Neptune Security, the subcontractor that managed the Laval Immigration Holding Centre (IHC), jeopardized security at the detention centre and owes workers at the facility hundreds of thousands of dollars in unpaid wages. The federal government must take full responsibility.
Laval, QC, March 24, 2023 – Neptune Security, the subcontractor that managed the Laval Immigration Holding Centre (IHC), owes more than $300,000 to the guards who work at the facility. The workers are members of Teamsters Local Union 931.
Neptune Security made numerous payroll errors and to this day refuses to correct them. The Teamsters Union will use every legal means at its disposal to ensure that the guards receive the money they are owed.
Moreover, CBC’s French-language service, Radio-Canada, revealed yesterday that Neptune Security is a highly suspect corporation, managed by a man with two separate identities, that has previously lost several contracts.
“I find it ridiculous that a shady outfit like Neptune was able to secure an important federal security contract. The guards at the detention centre, who carried the facility through thick and thin, have suffered greatly as a result. The federal government must take full responsibility for this,” said Teamsters Canada President François Laporte.
The Laval IHC is a detention centre for people awaiting deportation and other migrants arrested by the Canada Border Services Agency. The management of the centre was contracted out by the federal government to Neptune Security in July 2022 for a period of three years. However, Neptune was removed from the contract seven months later, having been unable to manage the centre properly.
Nearly two thirds of the 125 guards were affected by payroll errors, reaching up to $1,500 per month. There were also errors in the deduction of union dues and Neptune still owes vacation and sick days to employees after losing its contract.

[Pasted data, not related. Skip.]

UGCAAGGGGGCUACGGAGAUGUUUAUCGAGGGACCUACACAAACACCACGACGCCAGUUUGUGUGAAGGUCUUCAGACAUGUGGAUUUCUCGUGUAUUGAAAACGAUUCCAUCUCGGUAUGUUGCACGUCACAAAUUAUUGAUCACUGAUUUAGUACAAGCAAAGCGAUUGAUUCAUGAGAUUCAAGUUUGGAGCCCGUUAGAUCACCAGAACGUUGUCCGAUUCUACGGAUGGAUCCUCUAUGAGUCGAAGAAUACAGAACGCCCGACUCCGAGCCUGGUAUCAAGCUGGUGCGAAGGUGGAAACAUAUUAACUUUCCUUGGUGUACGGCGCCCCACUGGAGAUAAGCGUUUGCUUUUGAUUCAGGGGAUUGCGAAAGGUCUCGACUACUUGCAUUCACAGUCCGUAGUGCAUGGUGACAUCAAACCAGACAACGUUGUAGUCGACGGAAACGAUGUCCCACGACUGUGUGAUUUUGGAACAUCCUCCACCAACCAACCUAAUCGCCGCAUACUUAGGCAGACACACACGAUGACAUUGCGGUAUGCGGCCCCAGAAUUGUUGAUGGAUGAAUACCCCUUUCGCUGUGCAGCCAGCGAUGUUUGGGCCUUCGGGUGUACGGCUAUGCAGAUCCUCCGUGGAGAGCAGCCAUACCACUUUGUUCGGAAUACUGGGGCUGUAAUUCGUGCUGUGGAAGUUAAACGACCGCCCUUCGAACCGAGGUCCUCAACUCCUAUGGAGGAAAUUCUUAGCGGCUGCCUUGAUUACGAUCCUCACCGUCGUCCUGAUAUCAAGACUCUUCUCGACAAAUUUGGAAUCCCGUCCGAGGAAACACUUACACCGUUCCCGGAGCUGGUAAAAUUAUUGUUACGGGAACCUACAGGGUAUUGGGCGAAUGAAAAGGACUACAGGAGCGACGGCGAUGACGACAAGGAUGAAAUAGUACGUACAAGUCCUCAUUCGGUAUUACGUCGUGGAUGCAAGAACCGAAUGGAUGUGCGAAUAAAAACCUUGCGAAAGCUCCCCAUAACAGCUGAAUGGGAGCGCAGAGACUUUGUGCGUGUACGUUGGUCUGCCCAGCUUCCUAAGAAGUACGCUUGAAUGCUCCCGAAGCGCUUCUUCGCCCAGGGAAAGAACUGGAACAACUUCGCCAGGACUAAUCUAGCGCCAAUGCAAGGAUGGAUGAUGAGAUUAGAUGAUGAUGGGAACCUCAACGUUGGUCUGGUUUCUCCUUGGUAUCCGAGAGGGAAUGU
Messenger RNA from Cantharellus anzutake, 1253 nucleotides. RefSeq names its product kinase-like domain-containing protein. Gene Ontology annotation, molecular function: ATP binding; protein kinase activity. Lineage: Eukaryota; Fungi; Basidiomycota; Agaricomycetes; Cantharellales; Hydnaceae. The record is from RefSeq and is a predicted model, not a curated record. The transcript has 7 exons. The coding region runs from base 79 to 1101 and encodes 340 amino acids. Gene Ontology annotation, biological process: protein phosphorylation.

Understaffing at the detention centre
Due in part to payroll issues, the company was unable to retain security guards at the detention centre. The facility was operating with only half of the 250 officers needed to keep it running. The guards regularly had to work 16-hour shifts to make up for it. Guards quickly became exhausted, causing significant stress for employees and putting the facility’s security at risk.
These problems also resulted in a shortage of female guards, who are essential given that there are families and single women at the detention centre.
“Although Ottawa cancelled the contract with Neptune Security on an emergency basis, the damage remains, and the detention centre still does not have enough guards to keep it running smoothly. The federal government must completely review its outsourcing procedures to ensure that a company like Neptune Security never wins contracts like these again,” added Pierre-André Blanchard, president of Teamsters Local Union 931.
With over 125,000 members, Teamsters Canada is the country’s largest union in the federally regulated private sector. They are affiliated with the International Brotherhood of Teamsters, which represents over 1.2 million workers in North America.
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